The House of Representatives is optimistic that Congress can ratify the P3.757 trillion national budget for 2019 before it adjourns later this week, as long as lawmakers can itemize some P200 billion in insertions.
“We agreed to ratify the national budget this Wednesday,” Camarines Sur Rep. Rolando Andaya Jr. said.
He said on Jan. 30, Congress decided to set the cap of lawmakers’ realignments at P200 billion, with an agreement to disclose all their amendments.
Andaya, committee on appropriations chairman and head of the House contingent in the bicameral conference committee, said the ratification of the national budget would ensure enough funds for the conduct of the 2019 midterm polls.
He said the bicameral committee is working to identify the P200 billion realignments in the national budget and to specify the beneficiaries of these adjustments.
He earlier said the Senate made insertions of P190 billion against the House’s P51 billion.
On Saturday, House Majority Leader and Capiz Rep. Fredenil Castro said Senator Panfilo Lacson who introduced P50 billion in institutional amendments into the 2019 budget should itemize the insertions.
Lacson on Sunday thanked the “talking heads” of Speaker Gloria Macapagal-Arroyo for actually advancing his cause in educating the public about the “evil pork” in the proposed 2019 national budget.
“I earnestly urge them to continue this public discourse. Many thanks to [congressmen] Castro and [Anthony] Bravo,” said Lacson.
“The more they talk, the more they enlighten the public about the evil pork in the national budget, if unwittingly so,” Lacson said.
On Friday, Bravo tried to defend the insertions made by members of the House by ascribing motives to Lacson’s long-standing advocacy against the pork barrel system.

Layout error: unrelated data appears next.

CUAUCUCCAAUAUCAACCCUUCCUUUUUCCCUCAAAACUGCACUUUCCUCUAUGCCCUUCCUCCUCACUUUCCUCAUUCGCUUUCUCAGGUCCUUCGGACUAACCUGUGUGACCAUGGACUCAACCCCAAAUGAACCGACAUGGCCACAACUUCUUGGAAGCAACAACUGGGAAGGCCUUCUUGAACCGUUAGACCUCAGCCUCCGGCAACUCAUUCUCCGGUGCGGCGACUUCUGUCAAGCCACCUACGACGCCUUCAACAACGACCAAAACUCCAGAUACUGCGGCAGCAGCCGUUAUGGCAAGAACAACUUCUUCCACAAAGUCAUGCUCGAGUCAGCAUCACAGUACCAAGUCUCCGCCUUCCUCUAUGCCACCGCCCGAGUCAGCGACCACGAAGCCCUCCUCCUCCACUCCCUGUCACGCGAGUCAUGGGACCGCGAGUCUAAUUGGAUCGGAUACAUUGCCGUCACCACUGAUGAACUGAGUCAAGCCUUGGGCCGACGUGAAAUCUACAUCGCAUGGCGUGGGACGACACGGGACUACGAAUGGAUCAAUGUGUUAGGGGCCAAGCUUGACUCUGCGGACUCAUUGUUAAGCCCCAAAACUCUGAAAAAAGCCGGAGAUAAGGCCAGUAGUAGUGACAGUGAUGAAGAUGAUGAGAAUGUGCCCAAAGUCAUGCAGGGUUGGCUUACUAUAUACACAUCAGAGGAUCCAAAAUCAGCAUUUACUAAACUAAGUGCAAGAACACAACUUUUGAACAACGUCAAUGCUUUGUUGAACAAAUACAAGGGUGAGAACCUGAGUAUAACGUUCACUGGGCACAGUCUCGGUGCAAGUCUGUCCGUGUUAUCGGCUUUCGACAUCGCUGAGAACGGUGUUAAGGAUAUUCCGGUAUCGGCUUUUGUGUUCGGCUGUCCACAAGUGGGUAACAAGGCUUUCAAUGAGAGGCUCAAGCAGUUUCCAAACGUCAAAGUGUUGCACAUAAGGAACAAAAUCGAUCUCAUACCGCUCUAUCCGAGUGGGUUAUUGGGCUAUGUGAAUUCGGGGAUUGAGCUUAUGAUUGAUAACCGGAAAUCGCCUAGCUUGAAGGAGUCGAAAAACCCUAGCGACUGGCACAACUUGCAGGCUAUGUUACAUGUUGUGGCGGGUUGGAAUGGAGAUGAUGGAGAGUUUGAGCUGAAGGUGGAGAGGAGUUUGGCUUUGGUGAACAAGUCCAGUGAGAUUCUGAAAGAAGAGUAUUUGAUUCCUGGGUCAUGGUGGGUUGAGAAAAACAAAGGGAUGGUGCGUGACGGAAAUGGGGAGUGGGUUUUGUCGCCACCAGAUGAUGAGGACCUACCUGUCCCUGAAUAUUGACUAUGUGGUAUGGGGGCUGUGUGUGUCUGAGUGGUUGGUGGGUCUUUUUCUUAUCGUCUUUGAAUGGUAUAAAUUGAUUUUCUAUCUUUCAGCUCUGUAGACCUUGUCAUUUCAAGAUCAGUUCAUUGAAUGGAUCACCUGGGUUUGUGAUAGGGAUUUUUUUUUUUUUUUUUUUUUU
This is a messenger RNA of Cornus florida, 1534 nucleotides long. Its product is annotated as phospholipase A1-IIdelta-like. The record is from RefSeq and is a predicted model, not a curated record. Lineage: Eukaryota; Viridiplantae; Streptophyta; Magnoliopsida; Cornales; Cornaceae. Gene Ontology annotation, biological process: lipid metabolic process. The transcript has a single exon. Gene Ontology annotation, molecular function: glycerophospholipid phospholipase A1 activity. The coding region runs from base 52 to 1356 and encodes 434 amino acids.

Lacson noted Bravo even lied in accusing him of having so-called secret amendments when Lacson already made public his institutional amendments to the budget.
He added Bravo was also lying when he claimed Lacson referred to amendments by the Senate as institutional amendments and those by the House as pork.
“If he intended to be truthful about his statements, he should not have skipped my revelation about the P23 billion insertions made by a number of senators on the Department of Public Works and Highways’ budget alone,” Lacson said.
“What I cannot understand is why Bravo would be conveniently selective in his recollection of facts. I hope he would be truthful and not resort to lying,” he added.
On the other hand, Castro had similarly dared Lacson to explain the institutional amendments he made in the budget when Lacson had already done so.
Lacson said he already made public all his amendments to the 2019 budget – all of them institutional – for the sake of transparency.
His institutional amendments, which seek to benefit sectors including education, the environment and national security, are based on need, planning and vetting, he said.
In contrast, he said individual amendments such as flood control projects and various structures were based on lawmakers’ “intervention” and, in most cases, had no consultations with the implementing agencies concerned.
Such individual amendments can be considered pork barrel, based on the 2013 ruling of the Supreme Court that covers whimsical and arbitrary projects, he said.
“Are they trying to get back at me because they are affected by my efforts to excise pork from the national budget?” Lacson said.
“The national budget is the lifeblood of our country. If we allow pork to ruin the budget, we taxpayers will suffer,” he added.
Lacson expanded to all fellow lawmakers his challenge of making public their amendments to the budget bill.
“The challenge applies to all who introduced amendments, individual or institutional. Let them make public their amendments, so the public can judge if it’s pork. That is much better than resorting to lies and cover-up,” he said.